If you have no idea what this is about, then start here.
This seemed lost on many people but nowhere in the original post did it say anything like, “The Big East teams suck.” Two of the teams are pretty good. In fact it’s a safe bet that two Big East teams—West Virginia and Louisville—will finish the season in the Top 10 because 1) They are pretty good and 2) They have relatively easy schedules.
Louisville, should easily get to 10 wins (or more) because, even with a new coach, they’ve got great returning leadership (Brohm) and a totally manageable schedule. They have to travel to Morgantown, but they should be favored in every other game.
For the Mountaineers, it’s the same thing. They get to 10 wins. Although that one’s a little iffier (and just a little) as South Florida showed that if you can stop Steve Slaton, you’ve got a great shot to pull the upset. But again because of the weak schedule, they aren’t facing many opponents with the personnel to do that.
Rutgers had a great year last year, but, as I said before, SUNJ will have to do it again before converting people outside of the New Brunswick area. The rest… Eh.
And more on the “Eh” below but, top to bottom, the Big East is still probably the sixth strongest of the six major conferences. If that.
Here, I want to readdress the 5-0 bowl record from 2006-07. Granted this isn’t about next year’s schedules so much as overall conference strength. I originally discounted that record by pointing out the Big East unblemished mark in bowls last year came against underwhelming opponents. But let’s completely remove any discussion of the quality of the opponents Big East teams beat for the moment.
So, great, the Big East won all of their bowl games last year and was the only conference to do so. What Big East defenders aren’t doing is trumpeting the following: “We also proved how awesome we were in 2005-06 when we went 1-3 in bowl games as a conference.”
In fact, taking the last three years’ records combined, the Big East looks pretty much like every other major conference. Over that time, the Big East is 8-6 for a .571 winning percentage. Compare that to:
Big-12: 12-11 (.522)
Pac-10: 9-7 (.562)
SEC: 12-9 (.571)
Big-10: 8-11 (.421)
ACC: 12-10 (.545)
So, even getting a huge 5-0 boost and 1.000 winning percentage from last year, the Big East’s bowl record over time (albeit a short sample here) is really nothing more or less remarkable than anyone else’s. (The Big 10 is suffering the opposite fate, having been dragged down by a 2-5 record in 06-07).
“Well, okay. That shows we are at least as good as the other conferences.”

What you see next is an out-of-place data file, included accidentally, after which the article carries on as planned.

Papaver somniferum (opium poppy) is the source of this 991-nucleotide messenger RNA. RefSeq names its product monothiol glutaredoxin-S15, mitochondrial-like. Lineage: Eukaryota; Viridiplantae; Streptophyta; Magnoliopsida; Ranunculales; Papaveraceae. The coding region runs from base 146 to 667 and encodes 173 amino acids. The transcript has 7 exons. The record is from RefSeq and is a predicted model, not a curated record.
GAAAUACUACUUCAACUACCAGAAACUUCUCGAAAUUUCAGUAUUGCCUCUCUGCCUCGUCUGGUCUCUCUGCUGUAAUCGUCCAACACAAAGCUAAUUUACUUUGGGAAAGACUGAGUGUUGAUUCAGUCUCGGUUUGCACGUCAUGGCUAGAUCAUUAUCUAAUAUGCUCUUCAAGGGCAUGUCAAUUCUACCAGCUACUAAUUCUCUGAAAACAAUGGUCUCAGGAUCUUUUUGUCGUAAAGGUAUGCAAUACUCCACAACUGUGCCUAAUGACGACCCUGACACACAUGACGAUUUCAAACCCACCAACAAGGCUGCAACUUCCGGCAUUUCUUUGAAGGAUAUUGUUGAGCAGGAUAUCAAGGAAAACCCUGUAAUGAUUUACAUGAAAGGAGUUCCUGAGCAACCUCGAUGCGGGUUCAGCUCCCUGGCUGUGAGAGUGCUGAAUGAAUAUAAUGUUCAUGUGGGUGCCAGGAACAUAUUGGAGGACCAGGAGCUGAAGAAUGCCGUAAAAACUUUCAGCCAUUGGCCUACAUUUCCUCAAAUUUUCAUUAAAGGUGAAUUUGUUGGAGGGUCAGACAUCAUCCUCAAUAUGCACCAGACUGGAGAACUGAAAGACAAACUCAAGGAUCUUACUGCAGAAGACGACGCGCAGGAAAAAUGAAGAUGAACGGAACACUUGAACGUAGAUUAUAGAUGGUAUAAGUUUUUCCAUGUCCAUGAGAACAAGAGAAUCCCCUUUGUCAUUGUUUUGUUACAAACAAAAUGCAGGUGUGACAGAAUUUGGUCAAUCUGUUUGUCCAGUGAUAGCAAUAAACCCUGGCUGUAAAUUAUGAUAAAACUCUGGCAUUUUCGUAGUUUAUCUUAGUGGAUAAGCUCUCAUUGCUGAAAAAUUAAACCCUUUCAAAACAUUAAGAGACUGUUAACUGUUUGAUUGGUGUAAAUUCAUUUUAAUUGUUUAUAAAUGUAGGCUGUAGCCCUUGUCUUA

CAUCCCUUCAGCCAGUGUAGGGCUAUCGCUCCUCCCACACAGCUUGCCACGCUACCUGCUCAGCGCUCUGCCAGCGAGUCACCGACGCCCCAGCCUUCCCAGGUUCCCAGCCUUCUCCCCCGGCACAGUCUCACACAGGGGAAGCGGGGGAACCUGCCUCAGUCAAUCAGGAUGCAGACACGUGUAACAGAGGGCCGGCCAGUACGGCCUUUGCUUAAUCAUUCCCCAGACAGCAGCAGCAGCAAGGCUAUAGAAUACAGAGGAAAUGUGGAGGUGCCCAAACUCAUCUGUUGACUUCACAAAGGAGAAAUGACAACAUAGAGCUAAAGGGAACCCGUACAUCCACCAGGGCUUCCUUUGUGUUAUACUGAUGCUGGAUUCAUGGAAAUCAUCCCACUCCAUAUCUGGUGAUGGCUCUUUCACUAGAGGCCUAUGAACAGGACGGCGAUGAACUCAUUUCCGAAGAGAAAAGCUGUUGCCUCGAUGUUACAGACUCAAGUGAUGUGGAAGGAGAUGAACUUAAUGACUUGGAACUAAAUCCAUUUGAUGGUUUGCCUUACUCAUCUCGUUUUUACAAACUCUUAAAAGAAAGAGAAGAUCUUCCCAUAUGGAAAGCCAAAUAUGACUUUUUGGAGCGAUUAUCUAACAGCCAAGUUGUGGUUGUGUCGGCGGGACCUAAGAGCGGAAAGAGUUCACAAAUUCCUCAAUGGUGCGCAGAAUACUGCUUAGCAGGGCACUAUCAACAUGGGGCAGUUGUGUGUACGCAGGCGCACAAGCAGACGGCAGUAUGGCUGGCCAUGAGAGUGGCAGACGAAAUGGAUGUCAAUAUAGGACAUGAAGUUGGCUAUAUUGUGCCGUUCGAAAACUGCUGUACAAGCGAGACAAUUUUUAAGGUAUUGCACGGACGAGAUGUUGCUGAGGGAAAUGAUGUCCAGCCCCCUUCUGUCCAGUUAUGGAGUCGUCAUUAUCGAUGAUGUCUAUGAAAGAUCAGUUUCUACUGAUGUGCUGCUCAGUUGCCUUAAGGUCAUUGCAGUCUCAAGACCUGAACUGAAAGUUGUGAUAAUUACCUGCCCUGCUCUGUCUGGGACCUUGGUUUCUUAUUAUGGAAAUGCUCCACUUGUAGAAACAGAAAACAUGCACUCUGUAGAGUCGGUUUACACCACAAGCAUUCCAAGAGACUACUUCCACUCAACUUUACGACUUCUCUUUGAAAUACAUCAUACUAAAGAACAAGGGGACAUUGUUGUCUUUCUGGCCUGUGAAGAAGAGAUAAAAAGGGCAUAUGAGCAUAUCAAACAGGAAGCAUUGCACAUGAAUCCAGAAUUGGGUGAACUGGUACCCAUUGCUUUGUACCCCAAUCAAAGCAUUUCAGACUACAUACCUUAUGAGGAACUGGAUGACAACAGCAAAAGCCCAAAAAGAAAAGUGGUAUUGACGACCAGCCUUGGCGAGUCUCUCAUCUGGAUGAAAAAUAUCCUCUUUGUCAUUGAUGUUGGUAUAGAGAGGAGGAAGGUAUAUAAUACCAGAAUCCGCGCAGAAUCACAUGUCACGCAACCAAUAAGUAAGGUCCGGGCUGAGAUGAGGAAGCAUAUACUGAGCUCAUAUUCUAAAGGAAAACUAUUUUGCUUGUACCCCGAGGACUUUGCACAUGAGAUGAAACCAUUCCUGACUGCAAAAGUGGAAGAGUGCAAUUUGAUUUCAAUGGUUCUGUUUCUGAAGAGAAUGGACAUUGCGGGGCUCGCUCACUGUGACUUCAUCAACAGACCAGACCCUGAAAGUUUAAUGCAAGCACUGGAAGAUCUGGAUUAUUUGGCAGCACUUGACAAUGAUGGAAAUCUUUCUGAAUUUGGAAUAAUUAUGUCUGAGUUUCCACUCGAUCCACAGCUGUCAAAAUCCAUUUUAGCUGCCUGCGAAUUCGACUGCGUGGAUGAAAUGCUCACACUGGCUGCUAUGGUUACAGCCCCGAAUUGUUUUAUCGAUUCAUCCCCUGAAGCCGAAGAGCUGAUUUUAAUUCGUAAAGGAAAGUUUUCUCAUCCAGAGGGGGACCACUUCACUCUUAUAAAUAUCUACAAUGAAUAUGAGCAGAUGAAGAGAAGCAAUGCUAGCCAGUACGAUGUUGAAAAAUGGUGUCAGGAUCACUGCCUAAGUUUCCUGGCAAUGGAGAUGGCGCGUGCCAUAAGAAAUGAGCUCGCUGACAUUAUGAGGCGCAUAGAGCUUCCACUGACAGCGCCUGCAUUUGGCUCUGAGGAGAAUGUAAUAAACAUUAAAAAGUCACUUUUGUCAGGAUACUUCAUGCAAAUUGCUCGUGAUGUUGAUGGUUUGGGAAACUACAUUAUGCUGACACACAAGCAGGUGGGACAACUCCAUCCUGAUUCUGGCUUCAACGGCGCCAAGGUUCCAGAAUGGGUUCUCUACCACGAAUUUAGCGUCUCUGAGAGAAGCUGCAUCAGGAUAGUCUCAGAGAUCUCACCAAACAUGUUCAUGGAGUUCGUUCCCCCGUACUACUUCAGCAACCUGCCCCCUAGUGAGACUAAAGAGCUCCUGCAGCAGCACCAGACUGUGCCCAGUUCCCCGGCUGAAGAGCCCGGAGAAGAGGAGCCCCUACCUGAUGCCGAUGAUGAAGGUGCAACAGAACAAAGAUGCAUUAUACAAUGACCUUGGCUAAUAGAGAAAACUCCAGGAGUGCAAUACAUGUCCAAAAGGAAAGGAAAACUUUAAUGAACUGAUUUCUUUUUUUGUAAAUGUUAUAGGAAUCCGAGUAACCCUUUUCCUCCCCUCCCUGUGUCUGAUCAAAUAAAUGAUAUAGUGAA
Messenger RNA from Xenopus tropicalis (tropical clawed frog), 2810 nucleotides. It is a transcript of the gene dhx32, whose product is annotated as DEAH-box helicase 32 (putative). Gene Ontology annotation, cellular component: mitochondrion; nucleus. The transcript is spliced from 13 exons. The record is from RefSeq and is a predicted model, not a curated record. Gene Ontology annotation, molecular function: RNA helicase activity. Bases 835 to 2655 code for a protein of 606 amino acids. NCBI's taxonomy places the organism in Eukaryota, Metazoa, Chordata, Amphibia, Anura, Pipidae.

Maybe. But not necessarily. Again, when the top ranked team your conference beat was the #18 team in the country (Wake Forest… and I still have problems getting my head around Wake finishing the season ranked) it does make you go, “Hmmm.”
And this is where who you played comes back into it. I have little doubt that if the Big East’s top 2 teams had been saddled with match-ups against Florida and USC they way the Big 10 was, while Michigan and OSU got to play Georgia Tech and Wake Forest, you could swap a couple of L’s and W’s for each conference.
Of course, now we are playing with hypotheticals. You can’t know the outcomes of those games for sure. That’s why they play the games. And that’s why I love college football. Sometimes Boise State beats Oklahoma. But both OSU and Michigan finished last year ranked ahead of any Big East bowl opponent.
But more than anything, the numbers here kind of bolster my theory that bowl success doesn’t really correlate with anything; and that, cumulatively across season after season, all of the major conferences’ bowl winning percentage will be somewhere around .600.
Why? Well, bowls generally match teams of similar talent levels. So BCS schools versus BCS schools are, over time, going to average out to about .500 in each conference.
Along with that, every year or two you get a couple of BCS schools against non-BCS opponents. I’m guessing the former are beating the latter at around a .700 clip. Ergo, all of the conferences are going to be hovering near-if-not-just-below the .600 mark.
Point being, one very successful year did not “legitimize” the Big East and turn it into a conference to be reckoned with; the same way that a bad showing the previous year didn’t get you your BCS privileges revoked.
Just a quick note. The sample here is not perfect. Three years ago Boston College was still in the Big East, and Louisville was sill in C-USA. I didn’t go moving wins based on teams but instead just left the conference as it was that year. I think the Big East nets another win if you move the teams from the conferences they were in then, to the conferences they are in now, but there are some problems in doing that as well ( e.g. match-ups are based on records, which is based on conference, etc.). Ideally the conferences stabilize long enough so that in about 3 years, you can get a 5-year sample, then get a good indication of whether this theory holds up at all.